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I have seen many Thread java examples and Runnable objects are created as tasks and passed to thread. As there is no reference to these tasks, so why is this task not garbage collected by java? Or is garbage collected and I am asking the wrong question here? Please share your valuable thoughts.

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How do you know they aren't being garbage collected? –  nneonneo Oct 2 '12 at 0:46
@nneonneo I like the question +1, I wanted to ask the same thing :). ok so one more: How do you know they aren't being garbage collected? –  Elbek Oct 2 '12 at 0:56
@elbek I didn't test this part, but I was logically concluding that if it is being garbage collected then nothing will work and something must be more to it than what meets the eye. –  AKS Oct 2 '12 at 1:43

1 Answer 1

up vote 3 down vote accepted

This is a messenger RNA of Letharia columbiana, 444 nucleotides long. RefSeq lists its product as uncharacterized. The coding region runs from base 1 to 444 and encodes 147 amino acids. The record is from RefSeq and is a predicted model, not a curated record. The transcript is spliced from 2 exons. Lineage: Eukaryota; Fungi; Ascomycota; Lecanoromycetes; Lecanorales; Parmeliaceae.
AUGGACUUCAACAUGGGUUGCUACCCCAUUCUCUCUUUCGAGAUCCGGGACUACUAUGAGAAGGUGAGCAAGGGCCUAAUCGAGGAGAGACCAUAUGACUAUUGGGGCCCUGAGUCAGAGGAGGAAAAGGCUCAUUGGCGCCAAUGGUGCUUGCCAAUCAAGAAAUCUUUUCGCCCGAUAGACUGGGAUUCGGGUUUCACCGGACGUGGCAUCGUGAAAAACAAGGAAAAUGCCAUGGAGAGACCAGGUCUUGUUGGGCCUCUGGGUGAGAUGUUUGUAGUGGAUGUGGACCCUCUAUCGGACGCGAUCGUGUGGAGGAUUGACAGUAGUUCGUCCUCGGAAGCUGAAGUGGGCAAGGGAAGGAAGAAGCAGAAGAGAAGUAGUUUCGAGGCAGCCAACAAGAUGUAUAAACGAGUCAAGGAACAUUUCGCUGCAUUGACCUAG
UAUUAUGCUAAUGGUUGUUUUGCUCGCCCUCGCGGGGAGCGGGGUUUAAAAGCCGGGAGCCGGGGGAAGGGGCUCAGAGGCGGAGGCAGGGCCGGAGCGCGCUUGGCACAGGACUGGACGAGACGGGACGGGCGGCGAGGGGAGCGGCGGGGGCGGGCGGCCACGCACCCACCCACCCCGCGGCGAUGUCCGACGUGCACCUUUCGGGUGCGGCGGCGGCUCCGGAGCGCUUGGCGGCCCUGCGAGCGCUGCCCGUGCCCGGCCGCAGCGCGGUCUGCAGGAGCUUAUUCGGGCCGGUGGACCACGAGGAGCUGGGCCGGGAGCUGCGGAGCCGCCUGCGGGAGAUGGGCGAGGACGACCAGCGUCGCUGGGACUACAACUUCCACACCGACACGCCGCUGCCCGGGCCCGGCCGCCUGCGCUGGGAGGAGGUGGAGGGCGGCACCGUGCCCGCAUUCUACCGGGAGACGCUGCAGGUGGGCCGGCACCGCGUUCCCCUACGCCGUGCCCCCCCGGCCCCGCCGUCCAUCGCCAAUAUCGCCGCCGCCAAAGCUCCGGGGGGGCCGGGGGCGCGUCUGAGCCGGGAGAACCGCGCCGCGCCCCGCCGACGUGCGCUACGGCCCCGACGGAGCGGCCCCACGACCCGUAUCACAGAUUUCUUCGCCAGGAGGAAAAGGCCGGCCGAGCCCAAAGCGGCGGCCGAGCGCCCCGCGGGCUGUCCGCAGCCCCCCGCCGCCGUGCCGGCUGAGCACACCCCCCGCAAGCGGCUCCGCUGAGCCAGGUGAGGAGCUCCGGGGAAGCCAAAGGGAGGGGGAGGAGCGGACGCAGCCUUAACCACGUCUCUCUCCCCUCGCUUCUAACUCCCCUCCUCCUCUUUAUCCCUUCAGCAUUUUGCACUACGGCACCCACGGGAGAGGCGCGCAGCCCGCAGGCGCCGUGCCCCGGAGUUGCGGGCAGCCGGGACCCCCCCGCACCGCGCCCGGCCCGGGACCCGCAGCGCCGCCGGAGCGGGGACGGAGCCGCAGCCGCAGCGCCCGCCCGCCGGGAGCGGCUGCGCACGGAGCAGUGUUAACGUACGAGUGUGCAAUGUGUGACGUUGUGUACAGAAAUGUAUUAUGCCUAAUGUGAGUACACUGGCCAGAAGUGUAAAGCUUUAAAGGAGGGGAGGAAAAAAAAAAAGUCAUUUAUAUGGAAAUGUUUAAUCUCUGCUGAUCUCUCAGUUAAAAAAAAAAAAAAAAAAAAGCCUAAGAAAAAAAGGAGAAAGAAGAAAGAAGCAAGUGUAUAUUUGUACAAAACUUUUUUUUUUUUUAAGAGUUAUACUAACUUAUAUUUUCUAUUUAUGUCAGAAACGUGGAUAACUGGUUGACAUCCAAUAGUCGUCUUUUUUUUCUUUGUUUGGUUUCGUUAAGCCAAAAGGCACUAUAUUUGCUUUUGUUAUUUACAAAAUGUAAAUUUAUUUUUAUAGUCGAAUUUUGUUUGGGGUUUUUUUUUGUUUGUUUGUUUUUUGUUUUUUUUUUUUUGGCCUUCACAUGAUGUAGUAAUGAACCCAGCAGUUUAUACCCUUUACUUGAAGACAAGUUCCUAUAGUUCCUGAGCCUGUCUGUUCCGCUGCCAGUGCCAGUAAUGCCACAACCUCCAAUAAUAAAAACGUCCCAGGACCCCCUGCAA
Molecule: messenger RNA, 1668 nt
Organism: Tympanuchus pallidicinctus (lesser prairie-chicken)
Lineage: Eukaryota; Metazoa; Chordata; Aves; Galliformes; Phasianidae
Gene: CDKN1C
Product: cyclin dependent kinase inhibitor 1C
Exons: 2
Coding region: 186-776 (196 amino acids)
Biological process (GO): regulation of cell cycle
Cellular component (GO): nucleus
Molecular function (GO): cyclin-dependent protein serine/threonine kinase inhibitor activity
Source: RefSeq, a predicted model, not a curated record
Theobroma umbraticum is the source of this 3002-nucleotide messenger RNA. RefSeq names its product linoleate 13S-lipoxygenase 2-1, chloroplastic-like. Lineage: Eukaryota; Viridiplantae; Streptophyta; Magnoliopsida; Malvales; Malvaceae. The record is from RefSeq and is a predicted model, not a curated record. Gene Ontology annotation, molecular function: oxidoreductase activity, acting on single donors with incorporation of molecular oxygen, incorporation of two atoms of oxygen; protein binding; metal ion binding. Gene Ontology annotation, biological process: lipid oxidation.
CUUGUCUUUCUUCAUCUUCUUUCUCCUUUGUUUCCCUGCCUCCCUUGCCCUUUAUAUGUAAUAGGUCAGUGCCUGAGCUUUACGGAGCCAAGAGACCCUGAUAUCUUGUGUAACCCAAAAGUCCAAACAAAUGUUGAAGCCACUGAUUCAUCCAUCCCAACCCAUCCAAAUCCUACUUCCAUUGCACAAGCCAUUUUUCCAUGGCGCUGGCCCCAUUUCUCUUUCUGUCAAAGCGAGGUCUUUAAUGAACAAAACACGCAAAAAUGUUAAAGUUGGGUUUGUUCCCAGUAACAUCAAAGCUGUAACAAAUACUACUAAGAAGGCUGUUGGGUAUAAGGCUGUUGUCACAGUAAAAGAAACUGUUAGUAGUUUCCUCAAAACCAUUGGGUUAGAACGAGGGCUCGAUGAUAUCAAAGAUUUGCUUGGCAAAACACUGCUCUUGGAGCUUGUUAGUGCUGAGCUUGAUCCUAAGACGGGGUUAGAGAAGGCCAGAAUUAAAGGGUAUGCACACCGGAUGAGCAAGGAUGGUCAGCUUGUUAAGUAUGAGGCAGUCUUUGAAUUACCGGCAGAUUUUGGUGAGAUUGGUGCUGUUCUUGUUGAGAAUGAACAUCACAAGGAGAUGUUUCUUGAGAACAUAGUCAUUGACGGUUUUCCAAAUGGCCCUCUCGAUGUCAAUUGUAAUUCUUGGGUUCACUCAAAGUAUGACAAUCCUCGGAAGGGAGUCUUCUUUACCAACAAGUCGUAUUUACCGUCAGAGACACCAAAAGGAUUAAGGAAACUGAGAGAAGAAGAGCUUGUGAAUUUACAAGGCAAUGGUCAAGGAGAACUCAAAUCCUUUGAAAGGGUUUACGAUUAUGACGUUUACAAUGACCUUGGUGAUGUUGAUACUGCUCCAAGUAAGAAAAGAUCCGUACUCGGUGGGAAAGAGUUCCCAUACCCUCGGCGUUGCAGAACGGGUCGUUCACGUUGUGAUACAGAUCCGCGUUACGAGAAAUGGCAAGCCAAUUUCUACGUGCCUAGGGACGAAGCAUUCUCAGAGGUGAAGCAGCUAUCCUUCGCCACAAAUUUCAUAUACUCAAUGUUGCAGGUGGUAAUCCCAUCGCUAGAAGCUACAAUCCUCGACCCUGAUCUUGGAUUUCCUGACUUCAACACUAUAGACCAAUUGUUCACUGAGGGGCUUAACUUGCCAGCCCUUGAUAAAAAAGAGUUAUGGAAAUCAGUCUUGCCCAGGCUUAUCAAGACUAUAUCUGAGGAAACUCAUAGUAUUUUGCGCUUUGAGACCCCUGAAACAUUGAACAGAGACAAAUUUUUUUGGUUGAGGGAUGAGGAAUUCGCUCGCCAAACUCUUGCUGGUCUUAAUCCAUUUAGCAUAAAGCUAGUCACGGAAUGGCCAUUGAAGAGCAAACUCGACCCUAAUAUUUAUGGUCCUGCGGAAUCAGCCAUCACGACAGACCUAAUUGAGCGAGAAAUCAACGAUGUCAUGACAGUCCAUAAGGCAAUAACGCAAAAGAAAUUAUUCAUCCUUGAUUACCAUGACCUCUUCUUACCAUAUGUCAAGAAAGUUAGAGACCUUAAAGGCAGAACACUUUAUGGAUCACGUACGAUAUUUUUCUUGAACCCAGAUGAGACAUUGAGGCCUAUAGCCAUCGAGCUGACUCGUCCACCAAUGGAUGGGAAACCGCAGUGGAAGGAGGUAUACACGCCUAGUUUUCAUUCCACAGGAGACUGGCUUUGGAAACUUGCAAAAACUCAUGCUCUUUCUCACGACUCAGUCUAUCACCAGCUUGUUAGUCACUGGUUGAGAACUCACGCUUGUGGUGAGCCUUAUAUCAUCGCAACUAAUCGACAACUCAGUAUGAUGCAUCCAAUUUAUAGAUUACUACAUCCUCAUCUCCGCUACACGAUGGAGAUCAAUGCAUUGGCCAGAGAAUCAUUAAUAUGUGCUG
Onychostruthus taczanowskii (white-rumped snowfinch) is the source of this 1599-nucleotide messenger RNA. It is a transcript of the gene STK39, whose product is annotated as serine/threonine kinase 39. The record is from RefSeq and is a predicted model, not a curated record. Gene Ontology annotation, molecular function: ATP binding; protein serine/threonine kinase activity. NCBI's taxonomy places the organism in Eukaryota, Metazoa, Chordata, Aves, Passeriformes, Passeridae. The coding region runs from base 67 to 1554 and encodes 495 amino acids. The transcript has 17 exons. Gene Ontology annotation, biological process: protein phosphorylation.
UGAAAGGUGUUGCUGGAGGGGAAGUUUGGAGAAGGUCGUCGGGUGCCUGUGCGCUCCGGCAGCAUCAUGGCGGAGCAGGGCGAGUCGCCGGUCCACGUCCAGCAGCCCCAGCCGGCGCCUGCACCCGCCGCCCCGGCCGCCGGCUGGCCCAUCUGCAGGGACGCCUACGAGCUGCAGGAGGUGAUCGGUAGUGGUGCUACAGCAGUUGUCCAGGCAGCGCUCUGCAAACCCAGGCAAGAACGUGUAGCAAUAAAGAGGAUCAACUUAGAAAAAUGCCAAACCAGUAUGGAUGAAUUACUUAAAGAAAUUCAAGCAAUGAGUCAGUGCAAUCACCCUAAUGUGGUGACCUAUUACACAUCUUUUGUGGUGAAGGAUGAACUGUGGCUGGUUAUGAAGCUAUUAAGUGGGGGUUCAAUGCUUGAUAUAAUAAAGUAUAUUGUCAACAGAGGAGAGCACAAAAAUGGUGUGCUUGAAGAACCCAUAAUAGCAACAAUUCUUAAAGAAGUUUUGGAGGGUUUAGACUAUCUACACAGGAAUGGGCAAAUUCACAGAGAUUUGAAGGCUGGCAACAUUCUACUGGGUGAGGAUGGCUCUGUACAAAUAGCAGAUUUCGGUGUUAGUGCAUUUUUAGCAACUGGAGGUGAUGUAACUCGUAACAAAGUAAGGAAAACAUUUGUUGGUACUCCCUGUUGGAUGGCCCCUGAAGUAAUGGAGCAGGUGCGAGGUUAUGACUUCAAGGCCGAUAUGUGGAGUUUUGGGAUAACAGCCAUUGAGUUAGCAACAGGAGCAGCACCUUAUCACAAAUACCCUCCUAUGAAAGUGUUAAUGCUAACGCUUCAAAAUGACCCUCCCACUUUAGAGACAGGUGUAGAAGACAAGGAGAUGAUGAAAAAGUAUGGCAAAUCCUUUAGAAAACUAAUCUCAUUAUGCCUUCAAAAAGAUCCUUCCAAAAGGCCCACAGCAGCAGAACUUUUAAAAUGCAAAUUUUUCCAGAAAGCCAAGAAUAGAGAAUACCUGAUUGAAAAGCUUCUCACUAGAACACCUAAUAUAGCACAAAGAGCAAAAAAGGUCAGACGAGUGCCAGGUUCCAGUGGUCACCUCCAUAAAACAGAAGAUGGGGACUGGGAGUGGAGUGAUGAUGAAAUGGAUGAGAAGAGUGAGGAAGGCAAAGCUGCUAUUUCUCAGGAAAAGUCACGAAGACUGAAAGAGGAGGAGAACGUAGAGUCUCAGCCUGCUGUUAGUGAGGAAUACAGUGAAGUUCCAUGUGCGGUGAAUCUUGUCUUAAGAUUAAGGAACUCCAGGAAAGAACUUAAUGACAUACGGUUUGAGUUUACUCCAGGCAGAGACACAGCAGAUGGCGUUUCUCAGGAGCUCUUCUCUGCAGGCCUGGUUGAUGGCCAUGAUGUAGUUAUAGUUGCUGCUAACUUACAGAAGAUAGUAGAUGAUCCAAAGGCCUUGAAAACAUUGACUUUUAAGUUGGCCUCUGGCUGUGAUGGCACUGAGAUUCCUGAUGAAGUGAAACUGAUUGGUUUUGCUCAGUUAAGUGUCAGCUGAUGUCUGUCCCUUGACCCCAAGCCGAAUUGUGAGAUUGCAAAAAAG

The fact that you don't have an explicit reference to an object doesn't mean that an internal JVM object doesn't hold one to it.

Take an example:

frame.add(new JButton("foobar"));

There is no reference to it from a developer point of view but internally the frame has a list of components. This is what happen with threads, the internal scheduler must keep a reference to them for sure.

The thread itself will be garbage collected just when released from the scheduler (so that no reference effectively exists to it anymore)

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